NFL Event Frequency Coordinators
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Keeping the lines of communication clear on gameday.
Doppler radar from local TV stations and a TV network’s experiment with using cameras inside end zone pylons have interfered with the NFL’s sideline Wi-Fi; which is needed for getting play photos to the Microsoft Surface Pro tablets on each bench.
And it all happened because they were trying to communicate or use a piece of equipment that was operating on the same frequencies that were being used by the league during an NFL game.
Preventing such interference — or clearing it up quickly — is the job of one of a little-known group of skilled individuals working behind the scenes for the NFL: the Event Frequency Coordinator (or EFC as they are often referred to by others in the industry). These specialists track and manage hundreds of frequencies to keep the thousands of “in-stadium” frequency-dependent devices operational. They also account for interference from sources outside of the stadium, such as TV stations and other special events.
“Right now, our job is to fit these hundreds of users into around 25 MHz of useable spectrum,” NFL’s senior frequency coordinator, Karl Voss, said in a May 2014 interview with Audio Gloss, a blog published by RF Venue, an audio technology company. “Everybody seems to think that [a radio frequency] is theirs to use as they please and do not consider what or who it may be affecting. If they are not having a problem, then it’s all okay. The job of the EFC is to make sure that multiple users can operate cleanly at an event while not causing any others a problem. What we try to do is give as many people we can, the tools that they need to do their job within reason.”
Quarterbacks, defensive play-callers, coaches and game officials all depend on Frequency Coordinators to ensure that their systems are interference-free. These along with the TV Networks, local TV stations, radio medical and security personnel, NFL’s instant replay and injury video review systems, stadium staff, and halftime entertainers are just some of the others that depend on the EFC to coordinate frequencies that will allow them to do their jobs.
Coordinators start preparing well before the game, collecting requests from users for a designated spot in the spectrum; entering them into a database and assigning frequencies. Not everyone gets what they ask for. The requests from broadcasters alone can be massive. So, coordinators must prioritize and, if necessary, work with the users to agree to share frequencies to make maximum use of what’s available.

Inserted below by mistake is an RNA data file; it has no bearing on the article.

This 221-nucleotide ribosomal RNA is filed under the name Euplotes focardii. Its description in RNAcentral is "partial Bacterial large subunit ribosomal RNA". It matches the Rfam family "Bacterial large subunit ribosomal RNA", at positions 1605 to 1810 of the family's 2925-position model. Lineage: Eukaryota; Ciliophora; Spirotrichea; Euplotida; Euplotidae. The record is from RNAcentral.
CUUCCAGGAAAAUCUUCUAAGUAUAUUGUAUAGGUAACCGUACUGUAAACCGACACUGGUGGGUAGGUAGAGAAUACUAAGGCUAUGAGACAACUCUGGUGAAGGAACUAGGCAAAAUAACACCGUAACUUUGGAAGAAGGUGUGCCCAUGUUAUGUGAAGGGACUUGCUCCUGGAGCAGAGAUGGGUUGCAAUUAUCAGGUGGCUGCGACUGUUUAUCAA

Demands have gotten so high, Voss told RF Venue, that coordinators now are forced to do “time division” — assigning the same frequency to multiple users for use at specific times. They also might provide two users the same frequency at the same time, but with the usage restricted to physically separated zones to avoid interference.
On gameday, Voss said, everyone assigned a frequency enters the stadium at the same gate, where coordinators or assistants check that all devices are on their assigned frequencies. Devices are tagged to identify where and when they can be used.
Before the game, coordinators scan the most critical frequencies, check in with news crews to locate unregistered devices such as wireless microphones. They also introduce themselves to key league, team and broadcast personnel. By kickoff, they move a reserved seat with an unobstructed view of the field, an Internet connection, a telephone and enough countertop space to accommodate their equipment, which includes a frequency counter and a scanner/receiver. From this location they can monitor the frequencies they have assigned and also search for potential issues.
“When problems arise during a game, coordinators or their assistants identify the source of the interference with spectrum analyzers and direction-finding equipment. They have become more proactive, using the equipment to spot and correct potential frequency conflicts before problems arise," said Michelle McKenna-Doyle, the NFL’s chief information officer.
On the field, the NFL has contingency plans to provide fail-safe operations of the Coach-to-Coach (C2C) and Coach-to-Player (C2P) communications systems. The frequency coordinators play an important role by monitoring the environment and identifying any interference issues that could threaten the successful operation of these systems.
When event coordinators identify the source of a frequency interference problem, they don’t mess around.
The league’s goal of providing frequency coordination services is to resolve issues without conflict and ensure all RF users have a successful event. The coordinators prepare a pre-event plan and work with any unregistered users — commonly referred to as “Coord-Nots” — to get them entered into the database. The NFL has strict policies governing the use of RF equipment at their events and uncoordinated devices are prohibited. The coordinators determine if a frequency can be assigned to them, and if not, the EFC works with the user to find an alternate solution. Sometimes they can share with another crew or it may be necessary to hardwire the microphone. In some instances, operators not following the policies may have his or her working credential revoked and denied access to the stadium on gameday. The NFL maintains a nationwide database of repeat offenders who are at risk of losing their privileges for a longer term.
The integrity of the game and the seamlessness of the event depend on it.